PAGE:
The Connecticut Department of Consumer Protection Drug Control Division (DCP) has issued guidance for health care providers regarding refills and reissuances of controlled substance prescriptions for patients without an in-person visit due to the COVID-19 pandemic. DCP explains that “practitioners may issue prescription refills for controlled substances using their professional discretion for a patient under their care without seeing the patient in-person within certain parameters.” The parameters are as follows:

  • Schedule-Specific Requirements for Controlled Substance Prescriptions
    • Schedule II prescriptions cannot be refilled; however, practitioners with a pre-existing relationship with a patient who have prescribed a particular controlled substance for the patient previously can reissue the prescription without an in-person visit. Additionally, no prescription for a Schedule II controlled substance can contain more than one (1) prescription.
    • Schedule III and IV prescriptions can be refilled up to five (5) times every six (6) months as authorized by the prescribing practitioner.
    • Schedule V prescriptions can be refilled as authorized by the prescribing practitioner.

  • Documentation and Data Entry Requirements
    • The practitioner still must review the State’s Prescription Drug Monitoring Program pursuant to current requirements.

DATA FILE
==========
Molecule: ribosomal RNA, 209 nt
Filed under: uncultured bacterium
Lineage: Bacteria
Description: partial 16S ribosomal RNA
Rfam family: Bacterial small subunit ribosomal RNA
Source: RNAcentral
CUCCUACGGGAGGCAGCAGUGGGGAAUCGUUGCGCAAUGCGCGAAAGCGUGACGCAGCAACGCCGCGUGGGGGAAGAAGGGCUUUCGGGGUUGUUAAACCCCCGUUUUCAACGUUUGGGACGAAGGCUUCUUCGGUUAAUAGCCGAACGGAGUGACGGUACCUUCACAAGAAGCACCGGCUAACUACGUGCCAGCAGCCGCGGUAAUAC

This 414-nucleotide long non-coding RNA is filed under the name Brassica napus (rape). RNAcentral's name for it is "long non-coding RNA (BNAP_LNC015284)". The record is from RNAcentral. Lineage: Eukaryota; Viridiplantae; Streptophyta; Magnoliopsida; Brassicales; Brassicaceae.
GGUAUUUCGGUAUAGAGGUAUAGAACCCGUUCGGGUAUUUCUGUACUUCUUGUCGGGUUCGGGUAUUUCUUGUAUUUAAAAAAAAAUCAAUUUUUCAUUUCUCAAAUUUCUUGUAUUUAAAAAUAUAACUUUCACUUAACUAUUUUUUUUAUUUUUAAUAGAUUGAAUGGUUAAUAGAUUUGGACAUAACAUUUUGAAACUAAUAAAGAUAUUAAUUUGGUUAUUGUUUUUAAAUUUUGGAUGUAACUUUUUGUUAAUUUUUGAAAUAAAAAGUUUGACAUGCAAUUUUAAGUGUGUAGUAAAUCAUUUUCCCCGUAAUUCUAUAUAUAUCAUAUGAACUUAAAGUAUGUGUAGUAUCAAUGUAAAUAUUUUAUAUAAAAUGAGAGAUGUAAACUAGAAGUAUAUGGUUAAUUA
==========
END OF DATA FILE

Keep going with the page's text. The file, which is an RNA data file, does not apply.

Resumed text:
• Prescriptions should be transmitted to the pharmacy using Electronic Prescribing of Controlled Substances (EPCS) unless: (1) there is a temporary technology failure, (2) it is not practical for the practitioner to use EPCS in a timely manner, (3) the pharmacy is outside of Connecticut, (4) EPCS may negatively affect patient care, or (5) the practitioner has a waiver of electronic prescribing requirements.
    • The prescription should be documented by the practitioner as required by law.
    • If EPCS cannot be used and the practitioner refills or reissues a prescription via phone, fax, or mail, practitioners should comply with whatever additional verification is required by pharmacies.

DCP has made a number of resources available to registered practitioners in Connecticut to support efforts to ensure access to care and medication in a safe manner during the COVID-19 emergency.  Practitioners would be well-advised to review the DCP guidance closely, and to contact DCP with questions.  Practitioners should also keep in mind that as of March 30, current restrictions under Connecticut law on the use of telehealth to issue new controlled substance prescriptions for certain conditions remain in effect.

This post was co-authored by Michael Lisitano, legal intern at Robinson+Cole. Michael is not yet admitted to practice law.